3 Leadership lessons from F1 🏎🏁
Watching Formula 1 has been a great mix of entertainment and education. The interactions between the parties, the constraints involved, and the relentless pressure has helped me to learn to be a better leader.
Know who you're racing
Formula 1 as a league is a platform on which racing teams operate. The rules are public and well understood. Much like an app store, or a social media platform, everyone is broadley playing the same game, but at the same time, not really.
While all of the teams participate in one race, for the last few seasons, there have actually been three or more races happening in parallel. The first race is between Mercedes, Redbull, and depending on the year, Ferrari. Next up, you have the commonly dubbed "best of the rest", where the best a team is counting on is 4th place with McLaren, Aston Martin, Alpine, and Alpha Tauri fighting for championship points. At the back, Williams, Alfa Romeo, and Haas are mostly fighting to not lose more so than to win.
Going back to the app store analogy, even within a given category, there is clear stratification of outcomes. For example, here are the estimated downloads of popular social media apps on iOS for October 2021 from Statista:
When I work to put together our strategy it's important to keep in mind who I am racing. If I want us to compete with our largest competitor, and we're number 5, we need to know that this isn't a well set goal.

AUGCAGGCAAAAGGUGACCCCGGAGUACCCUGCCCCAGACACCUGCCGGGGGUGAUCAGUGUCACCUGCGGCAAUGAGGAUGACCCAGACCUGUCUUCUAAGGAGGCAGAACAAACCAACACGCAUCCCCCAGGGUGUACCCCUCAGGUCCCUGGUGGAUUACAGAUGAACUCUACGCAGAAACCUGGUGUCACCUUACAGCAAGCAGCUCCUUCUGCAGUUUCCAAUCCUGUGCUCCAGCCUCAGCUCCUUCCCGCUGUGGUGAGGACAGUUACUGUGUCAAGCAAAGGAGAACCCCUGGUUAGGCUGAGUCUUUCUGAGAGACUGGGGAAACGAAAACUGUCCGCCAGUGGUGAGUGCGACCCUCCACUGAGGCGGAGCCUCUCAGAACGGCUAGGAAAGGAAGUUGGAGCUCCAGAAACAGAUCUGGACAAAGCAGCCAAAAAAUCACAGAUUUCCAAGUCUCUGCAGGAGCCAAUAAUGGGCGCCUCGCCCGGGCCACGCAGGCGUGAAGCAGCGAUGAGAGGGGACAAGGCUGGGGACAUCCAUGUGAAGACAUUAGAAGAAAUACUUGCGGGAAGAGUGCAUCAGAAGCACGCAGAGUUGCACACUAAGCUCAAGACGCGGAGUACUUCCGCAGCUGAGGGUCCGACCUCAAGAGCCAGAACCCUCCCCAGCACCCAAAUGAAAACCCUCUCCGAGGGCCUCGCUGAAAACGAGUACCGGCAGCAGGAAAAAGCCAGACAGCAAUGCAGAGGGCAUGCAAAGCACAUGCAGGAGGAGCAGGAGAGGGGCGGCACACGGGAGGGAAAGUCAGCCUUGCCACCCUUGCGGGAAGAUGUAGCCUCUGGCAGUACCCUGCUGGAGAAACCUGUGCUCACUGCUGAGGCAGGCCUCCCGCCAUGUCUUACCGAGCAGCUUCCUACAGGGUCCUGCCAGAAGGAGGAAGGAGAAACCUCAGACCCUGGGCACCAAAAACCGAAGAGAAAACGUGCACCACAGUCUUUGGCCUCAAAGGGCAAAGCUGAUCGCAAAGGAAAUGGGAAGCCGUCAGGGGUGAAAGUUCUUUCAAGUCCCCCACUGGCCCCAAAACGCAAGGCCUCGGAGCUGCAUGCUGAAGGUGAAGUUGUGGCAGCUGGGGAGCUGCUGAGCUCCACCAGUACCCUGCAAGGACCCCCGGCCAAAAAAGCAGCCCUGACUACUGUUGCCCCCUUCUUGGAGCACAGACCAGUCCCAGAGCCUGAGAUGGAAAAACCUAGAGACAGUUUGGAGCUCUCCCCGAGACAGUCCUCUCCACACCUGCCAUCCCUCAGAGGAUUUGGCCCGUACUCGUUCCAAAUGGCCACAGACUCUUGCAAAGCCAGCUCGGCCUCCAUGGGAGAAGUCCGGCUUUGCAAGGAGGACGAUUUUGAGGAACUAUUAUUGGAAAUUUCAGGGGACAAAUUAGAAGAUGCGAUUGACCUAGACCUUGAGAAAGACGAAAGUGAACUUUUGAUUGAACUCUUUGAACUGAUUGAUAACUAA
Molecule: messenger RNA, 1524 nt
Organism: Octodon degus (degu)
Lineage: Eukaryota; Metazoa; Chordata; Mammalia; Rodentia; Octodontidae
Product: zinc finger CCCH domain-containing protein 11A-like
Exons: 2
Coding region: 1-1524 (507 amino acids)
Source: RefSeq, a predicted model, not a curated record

Yes, it's possible to do it as Esteban Ocon and Daniel Ricciardo showed last year, but in both cases, it happened because the leaders had shot themselves in the foot.
Platforms aren't fair, and they never will be
The 2021 season was particularly tension filled. Especially, with the championship being decided in the second to last lap by a contreversial policy decision. Fans, drivers, and teams have been vocal about the inconsistency of the application of the rules throught the season.
The main takeaway here was that even at the pinnacle of motorsport, with decisions being made by experienced stewards (referees), they're still constantly screwing up. This means that when I get hit over the head by a ridiculous interpretation of the rules in my life, it's to be expected, and in practice, something to plan and hedge for. Another nugget in the same vein is that while in the moment you're aware of how you're being screwed, at other times you benefit from others being screwed over. It's not a one way street, and if you aren't seeing your advantages, that doesn't mean they aren't there.
Focus on your strengths, even the best have weaknesses
While the main action is on the track, I have found watching the team principles (CEO of the team), and other senior members to be a very interesting portion of the show. In recent seasons, fans have gotten short interviews with team principles in the middle of practice, qualifying, and races. We have also gotten to hear some of the conversations between a team's sporting director, and race control.
These interviews and conversations have a lot of small wisdoms in them, but a key takeaway I see is that even at the pinacle of motor racing, the leaders have moments of weakness. Toto Wolff famously hits his table in frustration leading to jokes like this:
Watching highly successful people have these moments of weakness and still be successful gives me hope that for all my faults, if I push my strengths there is still a decent chance of success.
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